Place, publisher, year, edition, pages
OXFORD UNIV PRESS, 2017
National Category
Medical and Health Sciences
Identifiers
urn:nbn:se:uu:diva-324349 (URN)10.1093/hmg/ddx017 (DOI)000400911000004 ()28158657 (PubMedID)
Funder
Swedish Research Council, K2013-57X-22309-3
Available from: 2017-06-15 Created: 2017-06-15 Last updated: 2017-06-15Bibliographically approved
Stattin, E., Henning, P., Klar, J., McDermott, E., Stecksen-Blicks, C., Sandström, P.-E., . . . Lerner, U. H. (2017). SNX10 gene mutation leading to osteopetrosis with dysfunctional osteoclasts.. Scientific Reports, 7, Article ID 3012.
Open this publication in new window or tab >>SNX10 gene mutation leading to osteopetrosis with dysfunctional osteoclasts.
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2017 (English)In: Scientific Reports, ISSN 2045-2322, E-ISSN 2045-2322, Vol. 7, article id 3012Article in journal (Refereed) Published
Abstract [en]

Autosomal recessive osteopetrosis (ARO) is a heterogeneous disorder, characterized by defective osteoclastic resorption of bone that results in increased bone density. We have studied nine individuals with an intermediate form of ARO, from the county of Västerbotten in Northern Sweden. All afflicted individuals had an onset in early infancy with optic atrophy, and in four patients anemia was present at diagnosis. Tonsillar herniation, foramen magnum stenosis, and severe osteomyelitis of the jaw were common clinical features. Whole exome sequencing, verified by Sanger sequencing, identified a splice site mutation c.212 + 1 G > T in the SNX10 gene encoding sorting nexin 10. Sequence analysis of the SNX10 transcript in patients revealed activation of a cryptic splice site in intron 4 resulting in a frame shift and a premature stop (p.S66Nfs * 15). Haplotype analysis showed that all cases originated from a single mutational event, and the age of the mutation was estimated to be approximately 950 years. Functional analysis of osteoclast progenitors isolated from peripheral blood of patients revealed that stimulation with receptor activator of nuclear factor kappa-B ligand (RANKL) resulted in a robust formation of large, multinucleated osteoclasts which generated sealing zones; however these osteoclasts exhibited defective ruffled borders and were unable to resorb bone in vitro.

National Category
Medical and Health Sciences
Identifiers
urn:nbn:se:uu:diva-325569 (URN)10.1038/s41598-017-02533-2 (DOI)000402879800068 ()28592808 (PubMedID)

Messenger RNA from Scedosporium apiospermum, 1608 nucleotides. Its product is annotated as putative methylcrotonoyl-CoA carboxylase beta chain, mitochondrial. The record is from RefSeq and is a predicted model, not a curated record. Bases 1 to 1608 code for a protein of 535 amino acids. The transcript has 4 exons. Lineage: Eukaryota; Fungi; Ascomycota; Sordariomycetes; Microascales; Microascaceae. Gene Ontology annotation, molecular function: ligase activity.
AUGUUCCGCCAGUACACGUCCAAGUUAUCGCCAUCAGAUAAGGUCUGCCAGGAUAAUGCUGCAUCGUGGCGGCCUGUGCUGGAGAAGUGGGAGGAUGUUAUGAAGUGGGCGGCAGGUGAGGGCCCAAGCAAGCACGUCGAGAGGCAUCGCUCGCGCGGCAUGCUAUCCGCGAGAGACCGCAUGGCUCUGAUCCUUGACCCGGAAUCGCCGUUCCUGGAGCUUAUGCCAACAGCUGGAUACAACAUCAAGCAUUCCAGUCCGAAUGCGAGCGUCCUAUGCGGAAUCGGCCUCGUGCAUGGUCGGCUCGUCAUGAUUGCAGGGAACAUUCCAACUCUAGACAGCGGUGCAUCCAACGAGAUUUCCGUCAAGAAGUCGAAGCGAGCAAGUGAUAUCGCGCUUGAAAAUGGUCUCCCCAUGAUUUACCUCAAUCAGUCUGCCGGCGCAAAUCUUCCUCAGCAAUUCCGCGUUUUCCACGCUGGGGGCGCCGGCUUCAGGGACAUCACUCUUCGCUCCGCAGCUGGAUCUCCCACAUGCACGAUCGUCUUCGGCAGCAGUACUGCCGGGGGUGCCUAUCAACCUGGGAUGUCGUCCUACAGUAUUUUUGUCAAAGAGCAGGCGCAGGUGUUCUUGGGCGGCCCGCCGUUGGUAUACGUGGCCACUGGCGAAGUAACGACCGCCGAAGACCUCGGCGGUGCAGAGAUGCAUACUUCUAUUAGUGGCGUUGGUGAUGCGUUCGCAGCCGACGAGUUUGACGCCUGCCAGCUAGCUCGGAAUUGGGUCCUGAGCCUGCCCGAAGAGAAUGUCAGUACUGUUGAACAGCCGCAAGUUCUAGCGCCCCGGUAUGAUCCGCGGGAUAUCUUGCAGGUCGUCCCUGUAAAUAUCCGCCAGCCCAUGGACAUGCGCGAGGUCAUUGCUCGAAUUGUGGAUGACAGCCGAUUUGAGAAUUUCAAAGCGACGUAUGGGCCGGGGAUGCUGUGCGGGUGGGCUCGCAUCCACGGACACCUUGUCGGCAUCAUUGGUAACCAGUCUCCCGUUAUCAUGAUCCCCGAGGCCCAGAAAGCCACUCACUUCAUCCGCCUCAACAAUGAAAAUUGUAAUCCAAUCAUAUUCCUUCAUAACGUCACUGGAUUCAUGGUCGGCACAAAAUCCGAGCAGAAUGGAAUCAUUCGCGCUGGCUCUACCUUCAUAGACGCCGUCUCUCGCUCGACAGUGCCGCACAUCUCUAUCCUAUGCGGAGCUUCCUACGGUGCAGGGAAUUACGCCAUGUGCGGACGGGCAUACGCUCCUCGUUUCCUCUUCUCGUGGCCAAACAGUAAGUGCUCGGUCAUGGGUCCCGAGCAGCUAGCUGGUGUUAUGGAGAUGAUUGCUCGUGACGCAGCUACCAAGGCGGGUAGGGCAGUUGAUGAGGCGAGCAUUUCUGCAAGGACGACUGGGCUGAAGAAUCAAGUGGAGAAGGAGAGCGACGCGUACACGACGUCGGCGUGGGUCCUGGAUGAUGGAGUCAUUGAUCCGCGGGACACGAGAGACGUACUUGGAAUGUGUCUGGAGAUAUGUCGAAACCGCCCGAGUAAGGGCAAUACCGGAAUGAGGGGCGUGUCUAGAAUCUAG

Funder
Swedish Research CouncilSwedish Rheumatism Association
Available from: 2017-06-26 Created: 2017-06-26 Last updated: 2017-09-06Bibliographically approved
Ameur, A., Dahlberg, J., Olason, P., Vezzi, F., Karlsson, R., Martin, M., . . . Gyllensten, U. B. (2017). SweGen: a whole-genome data resource of genetic variability in a cross-section of the Swedish population. European Journal of Human Genetics, 25(11), 1253-1260
Open this publication in new window or tab >>SweGen: a whole-genome data resource of genetic variability in a cross-section of the Swedish population
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2017 (English)In: European Journal of Human Genetics, ISSN 1018-4813, E-ISSN 1476-5438, Vol. 25, no 11, p. 1253-1260Article in journal (Refereed) Published
Abstract [en]

Here we describe the SweGen data set, a comprehensive map of genetic variation in the Swedish population. These data represent a basic resource for clinical genetics laboratories as well as for sequencing-based association studies by providing information on genetic variant frequencies in a cohort that is well matched to national patient cohorts. To select samples for this study, we first examined the genetic structure of the Swedish population using high-density SNP-array data from a nation-wide cohort of over 10 000 Swedish-born individuals included in the Swedish Twin Registry. A total of 1000 individuals, reflecting a cross-section of the population and capturing the main genetic structure, were selected for whole-genome sequencing. Analysis pipelines were developed for automated alignment, variant calling and quality control of the sequencing data. This resulted in a genome-wide collection of aggregated variant frequencies in the Swedish population that we have made available to the scientific community through the website https://swefreq.nbis.se. A total of 29.2 million single-nucleotide variants and 3.8 million indels were detected in the 1000 samples, with 9.9 million of these variants not present in current databases. Each sample contributed with an average of 7199 individual-specific variants. In addition, an average of 8645 larger structural variants (SVs) were detected per individual, and we demonstrate that the population frequencies of these SVs can be used for efficient filtering analyses. Finally, our results show that the genetic diversity within Sweden is substantial compared with the diversity among continental European populations, underscoring the relevance of establishing a local reference data set.

Place, publisher, year, edition, pages
NATURE PUBLISHING GROUP, 2017
National Category
Medical and Health Sciences
Identifiers
urn:nbn:se:uu:diva-337314 (URN)10.1038/ejhg.2017.130 (DOI)000412823800012 ()28832569 (PubMedID)
Funder
Science for Life Laboratory - a national resource center for high-throughput molecular bioscienceKnut and Alice Wallenberg Foundation, 2014.0272Swedish Research CouncilSwedish National Infrastructure for Computing (SNIC), sens2016003EU, European Research Council, 282330
Available from: 2018-01-08 Created: 2018-01-08 Last updated: 2018-08-27Bibliographically approved
Organisations
Identifiers
ORCID iD: ORCID iD iconorcid.org/0000-0001-6085-6749